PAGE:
Truth is, I was scared to rock the boat. I was afraid to take on the male establishment, to challenge the ‘acceptable’, to poke the bear of sexual power and confront the underbelly of sexual power.

Truth is, I was afraid to speak up.

I can rationalize my fear away by saying it was too hard. I would have been pilloried by the men. I would have been ridiculed, mocked, black-listed, shunned.

It doesn’t matter.

Truth is, I stayed silent in the face of abuse.

If we want to change the world, if we want to stop abuse, end violence, end sexual predation, then we must not let fear drive us into hiding.

We must let courage draw us into giving voice — and stop being afraid of the consequences.

And we must stop saying, I didn’t know any better.

I knew better when I walked away in shame. I knew better when I didn’t speak up. It’s just, I was afraid of the consequences. Afraid of what might happen.

Sure, it’s not fair that women have to rise up to claim their voice and create equality. I mean really, why can’t men just do it for us?

And that’s the thing. Men can’t do it for us.

We must do it for us.

It is our right.

It is our duty.

It is our obligation.

If I could go back and change anything in those two encounters, it would be that I did not silence my voice. It would be that I recognized the moment in time where I had the opportunity to make a difference, not just for myself, but for women, and men, today.

‘Cause here’s the thing. What happened to me happens to millions of women everyday. And for the majority, we are still saying silent.

It’s time to stop the silence and roar.

 

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Author: Louise Gallagher

I believe we each have the capacity to be the change we want to see in the world, to make a world of difference. I believe we are creative beings on the journey of our lifetimes. It's up to each of us to Live It Up and SHINE!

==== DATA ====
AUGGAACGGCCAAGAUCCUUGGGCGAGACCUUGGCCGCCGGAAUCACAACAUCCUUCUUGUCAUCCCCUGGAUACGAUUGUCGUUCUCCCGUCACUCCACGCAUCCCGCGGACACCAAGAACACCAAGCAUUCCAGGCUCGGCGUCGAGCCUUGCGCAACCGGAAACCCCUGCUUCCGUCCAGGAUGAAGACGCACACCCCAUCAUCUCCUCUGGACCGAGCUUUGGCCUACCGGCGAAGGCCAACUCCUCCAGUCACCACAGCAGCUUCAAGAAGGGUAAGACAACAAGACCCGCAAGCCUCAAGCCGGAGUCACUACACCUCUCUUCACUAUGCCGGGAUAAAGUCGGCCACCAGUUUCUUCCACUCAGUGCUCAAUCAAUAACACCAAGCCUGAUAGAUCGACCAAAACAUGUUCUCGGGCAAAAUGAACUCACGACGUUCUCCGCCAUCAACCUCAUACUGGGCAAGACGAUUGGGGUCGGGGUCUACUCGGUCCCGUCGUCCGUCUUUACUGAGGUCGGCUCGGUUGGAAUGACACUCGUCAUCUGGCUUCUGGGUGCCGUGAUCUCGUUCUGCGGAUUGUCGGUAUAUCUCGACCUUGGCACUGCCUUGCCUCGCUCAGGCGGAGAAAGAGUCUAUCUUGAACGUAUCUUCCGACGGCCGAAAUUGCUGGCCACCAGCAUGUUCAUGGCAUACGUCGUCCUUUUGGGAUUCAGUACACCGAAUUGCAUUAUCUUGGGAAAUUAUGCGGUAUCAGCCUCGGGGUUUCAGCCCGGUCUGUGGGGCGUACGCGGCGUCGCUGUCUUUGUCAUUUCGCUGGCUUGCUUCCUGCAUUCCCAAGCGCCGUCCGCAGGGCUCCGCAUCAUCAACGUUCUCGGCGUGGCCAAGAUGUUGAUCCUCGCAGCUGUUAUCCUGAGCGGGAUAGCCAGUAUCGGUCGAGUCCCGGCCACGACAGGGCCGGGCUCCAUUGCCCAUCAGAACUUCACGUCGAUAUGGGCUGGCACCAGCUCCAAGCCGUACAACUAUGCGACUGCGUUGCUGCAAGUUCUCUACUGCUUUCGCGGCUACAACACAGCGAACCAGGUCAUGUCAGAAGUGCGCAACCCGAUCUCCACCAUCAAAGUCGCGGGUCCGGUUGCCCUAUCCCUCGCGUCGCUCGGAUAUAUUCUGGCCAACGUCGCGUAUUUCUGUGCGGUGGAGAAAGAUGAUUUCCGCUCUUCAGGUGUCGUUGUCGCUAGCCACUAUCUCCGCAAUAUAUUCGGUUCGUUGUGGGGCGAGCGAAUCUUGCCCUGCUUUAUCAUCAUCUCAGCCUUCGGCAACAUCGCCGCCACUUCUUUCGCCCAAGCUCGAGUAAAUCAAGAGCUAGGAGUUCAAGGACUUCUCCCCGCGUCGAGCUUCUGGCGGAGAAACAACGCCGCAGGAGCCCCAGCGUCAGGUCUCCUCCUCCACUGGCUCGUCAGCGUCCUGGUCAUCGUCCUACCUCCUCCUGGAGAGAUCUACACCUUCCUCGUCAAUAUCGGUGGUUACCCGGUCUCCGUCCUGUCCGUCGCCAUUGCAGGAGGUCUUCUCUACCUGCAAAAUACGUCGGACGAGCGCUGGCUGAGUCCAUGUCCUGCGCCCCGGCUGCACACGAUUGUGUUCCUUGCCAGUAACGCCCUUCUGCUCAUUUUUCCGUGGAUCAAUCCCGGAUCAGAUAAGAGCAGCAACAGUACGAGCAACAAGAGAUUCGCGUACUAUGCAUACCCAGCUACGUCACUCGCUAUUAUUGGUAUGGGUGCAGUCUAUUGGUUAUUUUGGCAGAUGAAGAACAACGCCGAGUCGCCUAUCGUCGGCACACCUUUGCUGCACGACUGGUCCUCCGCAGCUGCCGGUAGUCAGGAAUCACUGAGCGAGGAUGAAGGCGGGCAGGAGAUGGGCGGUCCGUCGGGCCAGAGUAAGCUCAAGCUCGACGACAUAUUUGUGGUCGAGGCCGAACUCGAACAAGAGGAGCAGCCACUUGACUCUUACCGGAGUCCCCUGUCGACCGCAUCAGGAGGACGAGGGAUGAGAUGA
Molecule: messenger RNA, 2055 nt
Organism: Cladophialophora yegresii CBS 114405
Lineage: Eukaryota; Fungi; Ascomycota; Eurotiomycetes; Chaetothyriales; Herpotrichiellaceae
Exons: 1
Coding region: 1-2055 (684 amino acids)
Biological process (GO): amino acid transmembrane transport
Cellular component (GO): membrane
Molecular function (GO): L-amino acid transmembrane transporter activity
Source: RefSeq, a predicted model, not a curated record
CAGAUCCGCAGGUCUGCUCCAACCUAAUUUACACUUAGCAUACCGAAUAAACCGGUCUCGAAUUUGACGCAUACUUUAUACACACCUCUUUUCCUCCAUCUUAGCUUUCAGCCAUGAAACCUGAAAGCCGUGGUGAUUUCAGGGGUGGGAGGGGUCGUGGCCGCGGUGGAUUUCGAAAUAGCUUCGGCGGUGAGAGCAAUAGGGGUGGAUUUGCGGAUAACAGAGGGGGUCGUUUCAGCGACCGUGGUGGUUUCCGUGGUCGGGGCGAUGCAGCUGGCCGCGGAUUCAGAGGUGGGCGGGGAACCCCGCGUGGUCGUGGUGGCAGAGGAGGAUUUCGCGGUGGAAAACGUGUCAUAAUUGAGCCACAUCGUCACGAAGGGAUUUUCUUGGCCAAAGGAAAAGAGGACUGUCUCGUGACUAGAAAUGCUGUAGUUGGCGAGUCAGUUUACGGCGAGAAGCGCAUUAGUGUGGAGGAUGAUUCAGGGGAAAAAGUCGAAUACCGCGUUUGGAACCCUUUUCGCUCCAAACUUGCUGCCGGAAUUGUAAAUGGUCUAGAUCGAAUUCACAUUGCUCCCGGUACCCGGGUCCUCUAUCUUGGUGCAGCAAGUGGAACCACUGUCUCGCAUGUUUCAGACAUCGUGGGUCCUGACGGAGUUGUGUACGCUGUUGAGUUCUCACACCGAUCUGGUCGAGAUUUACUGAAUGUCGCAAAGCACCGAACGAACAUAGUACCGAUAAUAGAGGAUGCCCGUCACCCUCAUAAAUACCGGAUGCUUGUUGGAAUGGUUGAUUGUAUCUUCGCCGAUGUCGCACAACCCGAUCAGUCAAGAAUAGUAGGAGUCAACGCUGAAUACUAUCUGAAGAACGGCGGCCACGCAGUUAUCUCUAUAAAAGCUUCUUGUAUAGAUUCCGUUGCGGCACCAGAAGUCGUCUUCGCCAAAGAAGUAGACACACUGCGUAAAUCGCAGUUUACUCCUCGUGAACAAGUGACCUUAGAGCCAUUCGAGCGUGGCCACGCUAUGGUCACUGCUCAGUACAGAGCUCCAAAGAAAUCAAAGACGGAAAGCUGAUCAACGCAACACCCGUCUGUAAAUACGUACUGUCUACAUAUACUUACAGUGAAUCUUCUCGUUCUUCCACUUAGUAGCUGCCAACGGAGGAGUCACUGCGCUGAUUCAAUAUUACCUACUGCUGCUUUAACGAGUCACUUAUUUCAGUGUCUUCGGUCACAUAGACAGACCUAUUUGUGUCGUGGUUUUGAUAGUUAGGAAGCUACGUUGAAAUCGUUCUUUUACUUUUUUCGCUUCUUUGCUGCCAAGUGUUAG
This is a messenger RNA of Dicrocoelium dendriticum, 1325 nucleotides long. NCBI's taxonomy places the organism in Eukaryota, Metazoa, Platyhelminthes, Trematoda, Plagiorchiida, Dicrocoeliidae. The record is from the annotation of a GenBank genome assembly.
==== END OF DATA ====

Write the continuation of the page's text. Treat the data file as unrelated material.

18 thoughts on “It’s time to roar!

  1. I love that you are writing about this topic and finding a voice now that you didn’t exercise then.

    I want to clarify that I certainly did not imply that “women can’t be held accountable for their actions”. The point I obviously unsuccessfully attempted to argue, was that within the constructs of the power systems at play in instances such as the experience you lived, though there is always choice, there is not always agency.

    I too have walked away in silence from persistent harassment from a male peer in a position of relative power. Though at sixteen I could have chosen not to stay silent when he repeatedly pressured me for sexual favours – alone, in his car, and with my understanding of his place within the social framework of our peer group – I lacked the agency to exercise that choice. Had I had a greater sense of self-esteem, my own driver’s license, insurance of my physical safety, and the knowledge that I would have had family and friends to support my voice, perhaps I would have made a different choice. But I didn’t. Though I can take responsibility for that decision now – in no way do I hold sixteen-year old me responsible for not being empowered to make a different choice. I did the best I could with what I knew.